The Republican Party once had a home for the thinking of Tom Coburn, Mike Crapo and Saxby Chambliss. But that party is long gone.
The three U.S. senators banded together a few months ago in support of higher tax revenue as a means of balancing the federal budget. Even with drastic spending cuts, they concluded, Washington could not vanquish its soaring $14.3 trillion debt without additional income.
Such reasoning was common in the GOP circa 1963, when Republicans denounced tax cuts proposed by President John F. Kennedy as a road to red ink and rampant inflation. But today’s GOP adheres to a “no new taxes” orthodoxy that has proved far more powerful than the desire to balance the budget. As House Speaker John A. Boehner has said: Raising taxes is “unacceptable and a non-starter.”
This orthodoxy is now woven so deeply into the party’s identity that all but 13 of 288 GOP lawmakers in Congress have signed a formal pledge not to raise taxes. The strategist who invented the pledge, Grover G. Norquist, compares it to a brand, like Coca-Cola, built on “quality control” so that Republican voters know they will get “the same thing every time.”
Loyalty to the brand is so strong that no Republican has voted for a major federal tax increase since 1991, Norquist says. It is so widespread that more than a dozen governors and hundreds of state legislators now count themselves as adherents. And it is so well defended that its followers are constantly patrolling at both the state and federal levels for new forms of trespass.
In California, the pledge is interpreted to prohibit state lawmakers from asking voters to decide whether certain existing taxes should be extended. In Pennsylvania, the pledge is cited as a barrier to imposing an “impact” fee on the environmentally questionable business of extracting gas from underground shale.
On Capitol Hill, Norquist has admonished Coburn (Okla.), Crapo (Idaho) and Chambliss (Ga.) for suggesting a tax option for tackling the debt: reducing credits and deductions worth an estimated $1 trillion a year. Although most of the cash would be used to lower tax rates for everyone, a portion would be dedicated to restoring national solvency.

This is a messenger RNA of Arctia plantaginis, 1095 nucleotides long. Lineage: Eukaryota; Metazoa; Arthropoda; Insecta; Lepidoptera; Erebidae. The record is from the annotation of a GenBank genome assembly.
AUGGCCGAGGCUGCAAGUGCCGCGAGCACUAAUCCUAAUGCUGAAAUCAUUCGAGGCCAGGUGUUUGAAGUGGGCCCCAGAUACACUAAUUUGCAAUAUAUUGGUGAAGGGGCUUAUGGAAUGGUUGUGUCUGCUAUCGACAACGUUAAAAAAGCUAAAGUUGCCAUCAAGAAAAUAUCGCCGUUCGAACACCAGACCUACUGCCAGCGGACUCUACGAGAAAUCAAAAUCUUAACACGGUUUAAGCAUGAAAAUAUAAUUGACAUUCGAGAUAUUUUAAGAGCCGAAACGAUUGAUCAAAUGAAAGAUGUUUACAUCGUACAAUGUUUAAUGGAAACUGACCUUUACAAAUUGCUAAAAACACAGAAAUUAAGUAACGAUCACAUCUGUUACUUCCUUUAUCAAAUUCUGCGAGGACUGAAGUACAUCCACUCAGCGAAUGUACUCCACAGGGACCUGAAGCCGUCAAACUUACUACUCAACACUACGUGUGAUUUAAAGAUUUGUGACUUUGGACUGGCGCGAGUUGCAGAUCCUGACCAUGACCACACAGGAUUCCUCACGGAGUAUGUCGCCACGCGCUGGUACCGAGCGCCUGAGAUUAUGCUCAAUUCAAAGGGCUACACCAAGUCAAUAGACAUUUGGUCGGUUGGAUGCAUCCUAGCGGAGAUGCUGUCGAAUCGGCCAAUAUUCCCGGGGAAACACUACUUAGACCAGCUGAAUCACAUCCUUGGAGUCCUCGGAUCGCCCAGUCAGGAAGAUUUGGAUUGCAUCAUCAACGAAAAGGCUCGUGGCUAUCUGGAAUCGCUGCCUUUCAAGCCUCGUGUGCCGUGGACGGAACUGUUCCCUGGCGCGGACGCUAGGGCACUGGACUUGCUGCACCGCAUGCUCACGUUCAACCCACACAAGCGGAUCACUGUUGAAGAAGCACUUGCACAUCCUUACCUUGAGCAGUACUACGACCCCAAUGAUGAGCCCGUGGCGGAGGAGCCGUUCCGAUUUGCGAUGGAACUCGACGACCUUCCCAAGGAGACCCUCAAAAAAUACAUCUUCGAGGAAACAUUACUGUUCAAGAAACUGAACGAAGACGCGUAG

No good, says Norquist’s group, Americans for Tax Reform. Under the pledge, raising revenue in any way requires an equal tax cut elsewhere to avoid expanding the size of government. And, yes, that sometimes means protecting tax breaks that Republicans view as bad public policy, Norquist and his supporters say.
The GOP’s three-decade-old campaign against taxes has clearly had a significant impact. Neither major party would advocate a return to the 1970s, when people earning more than $200,000 a year faced a top rate of 70 percent. But the top rate is now half that and, partly because of the recent recession, tax collections have fallen to their lowest level as a share of the economy in 60 years.
Major tax cuts in 2001 and 2003 also contributed to the decline in revenue — and helped drive up budget deficits. Today, the spiraling debt ranks well ahead of too-high taxes on the list of economic concerns. And the GOP’s hard line on the issue stands, alongside Democratic resistance to cutting federal retirement benefits, as the biggest obstacle to a bipartisan agreement to tackle that problem.
“Grover’s not realistic,” said former senator Judd Gregg of New Hampshire, a self-described “Reagan robot” elected to Congress in 1980. Gregg retired last year after serving with Coburn and Crapo on the bipartisan fiscal commission that recommended stabilizing borrowing by trimming tax breaks and sharply cutting spending.
With the number of people on Medicare and Social Security set to double, Gregg said, “your government is inevitably going to grow. And you’re either going to have to finance that, or you’re going to end up running the country into the ditch.”
In recent weeks, prominent Republicans have urged a more flexible approach to taxes. Former Federal Reserve chairman Alan Greenspan joined the chorus Friday, dropping his support for the 2001 George W. Bush tax cuts. Greenspan told CNBC he’s so “scared” by the debt that he now favors a return to the higher rates of the Clinton administration.
Martin Feldstein, a Harvard economist who served as chief economic adviser in the Reagan White House, supports the commission’s approach to raising money by ending tax breaks.
“When the government gives a tax credit to homeowners who buy solar energy panels, it’s just like giving them a cash subsidy to buy those panels,” Feldstein wrote last week in the conservative Weekly Standard magazine, suggesting that the value of deductions and credits be capped at 2 percent of adjusted income.